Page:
CHEERS to those who make the generous decision to become an organ donor.
Organ donors are literally the gift of life, and there usually are never enough.
The region was greatly saddened this past week when we learned of the tragedy that claimed the life of Dalton R. Criss.
Criss, an 18-year-old recent graduate of Peru High School and a former standout football player and wrestler for the Indians, died a day after an accident on Route 3 in the Town of Saranac on Monday, Aug. 19.
His mother, Barbara Criss, was in the vehicle her son was driving, and she was seriously injured and remains in the hospital.
News of the accident spread throughout the North Country, prompting tears and powerful emotions.
Dalton's father, Dr. Dexter L. Criss, is a chemistry professor at SUNY Plattsburgh and the artistic director for the Plattsburgh State Gospel Choir.
The Criss family is known by many, and they are seen as wonderful, caring, loving people who give to their community wholeheartedly.
Dalton's loss and Barbara's injuries hit many very hard.
It was little surprise when we learned that Dalton had signed up to be an organ donor, and his family saw to it that his organs would be recovered and delivered to needy recipients.
That's the kind of person Dalton was, we are told, always thinking of others and what he could do to help.
His decision to be an organ donor was an extremely important one.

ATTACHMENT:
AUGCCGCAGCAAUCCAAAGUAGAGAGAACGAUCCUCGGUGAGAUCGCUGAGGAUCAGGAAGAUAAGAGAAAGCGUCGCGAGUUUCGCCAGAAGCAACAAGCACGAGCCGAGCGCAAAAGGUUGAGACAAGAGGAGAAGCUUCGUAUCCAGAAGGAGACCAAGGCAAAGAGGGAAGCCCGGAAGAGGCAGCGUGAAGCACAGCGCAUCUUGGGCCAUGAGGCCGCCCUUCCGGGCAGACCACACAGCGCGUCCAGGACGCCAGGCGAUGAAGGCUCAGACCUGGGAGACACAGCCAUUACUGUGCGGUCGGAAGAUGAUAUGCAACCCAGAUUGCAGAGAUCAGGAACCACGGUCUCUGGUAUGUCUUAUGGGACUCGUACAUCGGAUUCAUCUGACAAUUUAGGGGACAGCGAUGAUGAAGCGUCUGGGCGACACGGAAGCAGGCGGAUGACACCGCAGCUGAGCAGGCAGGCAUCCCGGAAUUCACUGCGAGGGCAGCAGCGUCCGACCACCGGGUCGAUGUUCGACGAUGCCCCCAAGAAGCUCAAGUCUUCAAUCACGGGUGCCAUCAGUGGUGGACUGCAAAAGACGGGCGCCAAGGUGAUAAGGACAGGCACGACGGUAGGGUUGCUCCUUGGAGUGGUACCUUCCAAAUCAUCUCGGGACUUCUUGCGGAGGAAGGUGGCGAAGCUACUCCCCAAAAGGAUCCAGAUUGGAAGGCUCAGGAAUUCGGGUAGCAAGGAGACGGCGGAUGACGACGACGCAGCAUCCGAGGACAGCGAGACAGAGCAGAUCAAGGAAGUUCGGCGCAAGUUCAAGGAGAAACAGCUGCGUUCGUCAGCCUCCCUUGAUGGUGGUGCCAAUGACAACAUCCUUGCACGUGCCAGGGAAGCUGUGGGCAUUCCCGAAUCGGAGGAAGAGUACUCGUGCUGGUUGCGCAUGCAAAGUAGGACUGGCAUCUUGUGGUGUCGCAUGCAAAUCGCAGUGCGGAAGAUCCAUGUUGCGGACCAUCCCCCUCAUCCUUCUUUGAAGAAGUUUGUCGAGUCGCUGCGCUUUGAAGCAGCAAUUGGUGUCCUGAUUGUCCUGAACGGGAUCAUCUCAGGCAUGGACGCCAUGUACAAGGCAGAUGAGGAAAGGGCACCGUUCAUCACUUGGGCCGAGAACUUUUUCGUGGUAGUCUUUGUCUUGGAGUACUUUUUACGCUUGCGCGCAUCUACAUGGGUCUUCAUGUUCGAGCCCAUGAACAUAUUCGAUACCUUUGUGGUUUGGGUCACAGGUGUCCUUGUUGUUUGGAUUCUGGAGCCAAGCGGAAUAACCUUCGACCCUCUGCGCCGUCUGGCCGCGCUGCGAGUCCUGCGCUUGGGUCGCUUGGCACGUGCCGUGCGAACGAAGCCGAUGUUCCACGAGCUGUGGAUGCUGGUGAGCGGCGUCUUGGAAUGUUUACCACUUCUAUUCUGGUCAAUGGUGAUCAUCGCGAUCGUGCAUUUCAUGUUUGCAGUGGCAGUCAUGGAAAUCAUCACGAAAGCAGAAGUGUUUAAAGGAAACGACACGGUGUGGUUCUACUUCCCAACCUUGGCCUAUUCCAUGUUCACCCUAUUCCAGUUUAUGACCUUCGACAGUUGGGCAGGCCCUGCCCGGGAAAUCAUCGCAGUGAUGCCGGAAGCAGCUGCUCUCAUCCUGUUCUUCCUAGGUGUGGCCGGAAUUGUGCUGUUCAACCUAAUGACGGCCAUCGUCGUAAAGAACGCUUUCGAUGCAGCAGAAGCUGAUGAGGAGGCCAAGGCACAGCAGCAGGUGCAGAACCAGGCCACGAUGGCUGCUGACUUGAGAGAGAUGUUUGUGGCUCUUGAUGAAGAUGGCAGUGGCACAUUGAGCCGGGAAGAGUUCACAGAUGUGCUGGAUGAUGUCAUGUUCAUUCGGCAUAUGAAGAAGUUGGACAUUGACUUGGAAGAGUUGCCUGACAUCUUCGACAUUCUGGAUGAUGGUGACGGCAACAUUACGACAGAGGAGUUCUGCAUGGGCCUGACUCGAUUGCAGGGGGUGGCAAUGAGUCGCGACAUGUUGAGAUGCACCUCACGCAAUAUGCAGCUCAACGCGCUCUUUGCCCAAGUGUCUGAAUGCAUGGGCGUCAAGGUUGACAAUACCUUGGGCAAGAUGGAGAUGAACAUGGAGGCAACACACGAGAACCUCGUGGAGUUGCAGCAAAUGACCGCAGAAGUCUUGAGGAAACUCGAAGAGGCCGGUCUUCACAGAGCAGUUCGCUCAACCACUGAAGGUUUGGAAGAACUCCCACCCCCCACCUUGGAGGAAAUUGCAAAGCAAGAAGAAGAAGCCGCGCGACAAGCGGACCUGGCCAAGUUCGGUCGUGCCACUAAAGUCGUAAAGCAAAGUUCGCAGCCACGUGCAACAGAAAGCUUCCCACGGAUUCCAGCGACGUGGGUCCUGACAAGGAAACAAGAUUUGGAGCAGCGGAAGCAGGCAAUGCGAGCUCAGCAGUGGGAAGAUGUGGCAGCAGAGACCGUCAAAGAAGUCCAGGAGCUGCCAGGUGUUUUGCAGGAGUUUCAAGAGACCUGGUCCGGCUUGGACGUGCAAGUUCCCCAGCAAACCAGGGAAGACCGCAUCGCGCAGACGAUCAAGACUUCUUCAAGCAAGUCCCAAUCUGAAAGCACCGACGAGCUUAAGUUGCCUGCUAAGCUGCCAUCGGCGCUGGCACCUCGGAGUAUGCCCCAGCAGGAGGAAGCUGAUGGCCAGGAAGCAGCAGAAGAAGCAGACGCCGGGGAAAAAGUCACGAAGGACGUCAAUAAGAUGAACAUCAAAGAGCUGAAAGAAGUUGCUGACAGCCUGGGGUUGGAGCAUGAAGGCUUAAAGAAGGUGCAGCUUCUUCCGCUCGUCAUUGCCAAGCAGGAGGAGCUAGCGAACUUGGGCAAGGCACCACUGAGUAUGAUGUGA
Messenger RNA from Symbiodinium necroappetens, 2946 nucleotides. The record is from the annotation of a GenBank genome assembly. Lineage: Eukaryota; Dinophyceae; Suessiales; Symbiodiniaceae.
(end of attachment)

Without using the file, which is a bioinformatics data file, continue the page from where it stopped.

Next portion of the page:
At any given moment, more than 113,000 people are waiting to receive an organ in this country, according to published reports.
One person is added to the waiting list every 12 minutes.
These people desperately need hearts, kidneys, livers and many other organs in order to survive and lead a productive life.
But sadly, more than 6,500 people a year or about 20 per day, die before they can get the organ they need.
We simply do not have enough organ donors, and as a result, there are far more people in need of an organ than there are donors.
To become an organ donor is quite simple. Primarily, you can fill out a form when you get your driver's license indicating you are willing to donate your organs upon death, or you can register with your state's Organ Donor Registry.
At the University of Vermont Medical Center in Burlington, Vt., hospital officials have established what they call an "Honor Walk," when a life-support patient is about to become a donor.
The patient is wheeled through the hospital hallways on the way to the operating room, and family, friends and hospital staff line the hallways to pay tribute to the donor and their family.
In Dalton's case, the Honor Walk was a monumental experience.
The hospital hallways were not only 500-strong with family, friends and staff, the corridors were filled with the sweet sounds of the Gospel Choir paying homage to the wonderful young man who was about to save lives in his own death.
As many as eight lives can be saved by one organ donor, prompting people to label the donor a hero.
In his death, Dalton Criss will no doubt save lives, which is most certainly a heroic gesture.
So Cheers to the hospital staff for creating such a loving and appropriate tribute for organ donors and their families, and cheers to Dalton Criss and his family for their bravery and generosity.
We wish there were no need for organ donors, and we certainly wish there were no situations like Dalton's where it becomes possible for organs to be donated, but we are comforted to know that there are people like Dalton and his family in our world.
May he rest in peace.